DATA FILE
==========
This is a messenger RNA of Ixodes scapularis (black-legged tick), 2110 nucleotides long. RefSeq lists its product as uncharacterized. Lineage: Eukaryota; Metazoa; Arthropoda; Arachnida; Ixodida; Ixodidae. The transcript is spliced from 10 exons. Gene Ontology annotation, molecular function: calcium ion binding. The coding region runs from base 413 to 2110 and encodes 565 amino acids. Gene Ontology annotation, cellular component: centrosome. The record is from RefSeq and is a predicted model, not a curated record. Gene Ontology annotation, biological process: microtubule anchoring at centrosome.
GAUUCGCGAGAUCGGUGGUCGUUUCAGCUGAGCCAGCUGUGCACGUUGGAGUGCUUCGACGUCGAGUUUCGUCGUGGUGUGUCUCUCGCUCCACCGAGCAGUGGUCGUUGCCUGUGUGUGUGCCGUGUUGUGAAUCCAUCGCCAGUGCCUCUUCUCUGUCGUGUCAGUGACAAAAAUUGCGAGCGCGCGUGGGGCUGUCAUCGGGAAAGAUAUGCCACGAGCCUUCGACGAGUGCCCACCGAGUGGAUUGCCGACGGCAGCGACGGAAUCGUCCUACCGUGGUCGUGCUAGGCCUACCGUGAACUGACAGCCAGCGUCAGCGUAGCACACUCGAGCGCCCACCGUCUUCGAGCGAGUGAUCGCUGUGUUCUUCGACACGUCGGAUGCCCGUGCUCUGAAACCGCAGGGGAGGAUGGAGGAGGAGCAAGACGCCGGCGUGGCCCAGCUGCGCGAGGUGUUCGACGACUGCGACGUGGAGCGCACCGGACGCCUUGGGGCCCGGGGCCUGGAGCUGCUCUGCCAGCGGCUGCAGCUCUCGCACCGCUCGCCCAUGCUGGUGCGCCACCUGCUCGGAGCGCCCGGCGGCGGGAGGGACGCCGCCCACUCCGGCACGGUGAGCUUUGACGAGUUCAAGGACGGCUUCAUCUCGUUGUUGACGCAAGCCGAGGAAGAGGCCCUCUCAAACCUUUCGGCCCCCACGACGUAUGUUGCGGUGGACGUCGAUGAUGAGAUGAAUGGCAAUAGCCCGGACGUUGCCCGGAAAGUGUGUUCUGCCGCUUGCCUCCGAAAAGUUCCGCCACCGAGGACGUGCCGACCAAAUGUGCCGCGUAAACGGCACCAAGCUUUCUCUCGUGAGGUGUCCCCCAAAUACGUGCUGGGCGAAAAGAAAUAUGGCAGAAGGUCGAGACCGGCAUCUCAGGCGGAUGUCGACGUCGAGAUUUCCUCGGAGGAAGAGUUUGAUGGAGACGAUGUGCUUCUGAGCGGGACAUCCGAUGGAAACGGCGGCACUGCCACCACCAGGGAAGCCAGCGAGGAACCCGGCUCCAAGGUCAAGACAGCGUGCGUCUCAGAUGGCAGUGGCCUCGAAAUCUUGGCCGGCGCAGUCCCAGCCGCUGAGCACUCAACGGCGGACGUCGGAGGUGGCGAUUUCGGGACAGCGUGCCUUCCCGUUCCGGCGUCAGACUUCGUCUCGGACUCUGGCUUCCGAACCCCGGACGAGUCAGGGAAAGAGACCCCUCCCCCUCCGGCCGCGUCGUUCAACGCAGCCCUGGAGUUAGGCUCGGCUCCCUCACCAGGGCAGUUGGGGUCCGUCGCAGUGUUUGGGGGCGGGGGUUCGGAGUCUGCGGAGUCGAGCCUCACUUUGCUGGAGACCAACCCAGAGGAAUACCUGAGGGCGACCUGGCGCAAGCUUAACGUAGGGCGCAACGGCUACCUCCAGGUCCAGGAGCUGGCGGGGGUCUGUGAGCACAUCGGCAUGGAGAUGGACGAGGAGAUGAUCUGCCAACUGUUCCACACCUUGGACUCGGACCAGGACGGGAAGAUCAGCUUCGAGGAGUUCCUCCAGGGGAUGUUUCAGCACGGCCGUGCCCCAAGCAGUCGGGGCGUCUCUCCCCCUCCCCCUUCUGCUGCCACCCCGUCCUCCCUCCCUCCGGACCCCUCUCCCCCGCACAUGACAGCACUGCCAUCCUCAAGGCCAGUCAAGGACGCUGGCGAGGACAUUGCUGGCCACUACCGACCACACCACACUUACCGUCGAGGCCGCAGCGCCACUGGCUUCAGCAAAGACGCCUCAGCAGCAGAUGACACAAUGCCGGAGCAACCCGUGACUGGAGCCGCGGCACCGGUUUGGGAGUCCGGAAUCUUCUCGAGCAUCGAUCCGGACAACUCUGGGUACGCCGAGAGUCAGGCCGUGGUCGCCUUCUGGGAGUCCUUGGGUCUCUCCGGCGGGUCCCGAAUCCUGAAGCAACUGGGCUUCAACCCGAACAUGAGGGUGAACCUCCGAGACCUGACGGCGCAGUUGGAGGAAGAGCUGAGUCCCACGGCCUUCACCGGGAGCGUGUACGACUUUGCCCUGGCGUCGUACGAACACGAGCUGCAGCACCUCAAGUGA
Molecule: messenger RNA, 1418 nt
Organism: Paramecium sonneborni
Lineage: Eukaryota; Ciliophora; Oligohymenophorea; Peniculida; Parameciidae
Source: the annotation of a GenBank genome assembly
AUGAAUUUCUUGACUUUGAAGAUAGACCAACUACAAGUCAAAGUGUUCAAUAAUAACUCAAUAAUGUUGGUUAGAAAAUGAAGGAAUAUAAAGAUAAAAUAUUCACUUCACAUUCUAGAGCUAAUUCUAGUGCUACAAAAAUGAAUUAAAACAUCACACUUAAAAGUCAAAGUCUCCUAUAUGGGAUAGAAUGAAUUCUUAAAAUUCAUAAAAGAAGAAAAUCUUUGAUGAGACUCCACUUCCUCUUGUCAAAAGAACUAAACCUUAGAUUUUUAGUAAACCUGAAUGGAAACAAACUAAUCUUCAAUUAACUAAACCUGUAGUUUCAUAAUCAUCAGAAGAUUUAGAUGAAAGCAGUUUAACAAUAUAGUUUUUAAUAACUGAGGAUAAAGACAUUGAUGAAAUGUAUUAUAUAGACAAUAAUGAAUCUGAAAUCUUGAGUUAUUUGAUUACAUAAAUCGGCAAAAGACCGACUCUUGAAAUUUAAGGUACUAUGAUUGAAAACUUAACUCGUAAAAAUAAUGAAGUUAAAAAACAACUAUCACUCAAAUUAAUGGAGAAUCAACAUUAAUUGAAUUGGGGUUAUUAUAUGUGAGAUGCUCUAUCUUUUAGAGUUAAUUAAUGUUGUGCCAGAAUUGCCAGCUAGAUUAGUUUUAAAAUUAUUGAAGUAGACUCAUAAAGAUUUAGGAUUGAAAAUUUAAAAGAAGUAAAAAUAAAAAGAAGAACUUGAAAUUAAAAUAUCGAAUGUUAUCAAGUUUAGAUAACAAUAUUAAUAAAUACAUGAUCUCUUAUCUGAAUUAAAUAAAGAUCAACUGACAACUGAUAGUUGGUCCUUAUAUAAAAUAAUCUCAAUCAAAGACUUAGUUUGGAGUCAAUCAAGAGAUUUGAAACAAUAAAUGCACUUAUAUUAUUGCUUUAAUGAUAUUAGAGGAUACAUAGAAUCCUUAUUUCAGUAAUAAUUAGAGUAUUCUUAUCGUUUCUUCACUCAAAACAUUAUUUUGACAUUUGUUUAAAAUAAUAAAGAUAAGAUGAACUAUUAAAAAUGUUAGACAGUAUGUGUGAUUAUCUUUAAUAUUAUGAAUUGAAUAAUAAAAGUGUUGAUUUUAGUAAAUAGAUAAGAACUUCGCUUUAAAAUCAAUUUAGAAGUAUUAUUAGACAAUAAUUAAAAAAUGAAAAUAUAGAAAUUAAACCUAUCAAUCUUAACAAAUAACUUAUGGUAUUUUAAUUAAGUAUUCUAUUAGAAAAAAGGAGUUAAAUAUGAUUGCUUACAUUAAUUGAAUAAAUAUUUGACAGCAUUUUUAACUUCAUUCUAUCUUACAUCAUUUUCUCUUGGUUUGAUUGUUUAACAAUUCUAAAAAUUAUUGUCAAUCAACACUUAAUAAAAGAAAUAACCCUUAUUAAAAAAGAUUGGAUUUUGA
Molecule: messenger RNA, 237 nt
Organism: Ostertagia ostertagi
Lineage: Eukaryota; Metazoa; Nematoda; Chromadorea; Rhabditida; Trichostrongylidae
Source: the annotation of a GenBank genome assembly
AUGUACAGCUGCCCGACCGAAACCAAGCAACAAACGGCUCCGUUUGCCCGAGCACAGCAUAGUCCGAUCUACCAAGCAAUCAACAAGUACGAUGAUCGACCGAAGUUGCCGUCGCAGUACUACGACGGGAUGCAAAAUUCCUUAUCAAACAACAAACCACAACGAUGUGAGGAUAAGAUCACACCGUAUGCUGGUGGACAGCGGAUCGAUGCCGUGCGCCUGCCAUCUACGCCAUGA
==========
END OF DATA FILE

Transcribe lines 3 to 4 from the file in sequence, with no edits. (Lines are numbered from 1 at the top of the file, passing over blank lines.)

Molecule: messenger RNA, 1418 nt
Organism: Paramecium sonneborni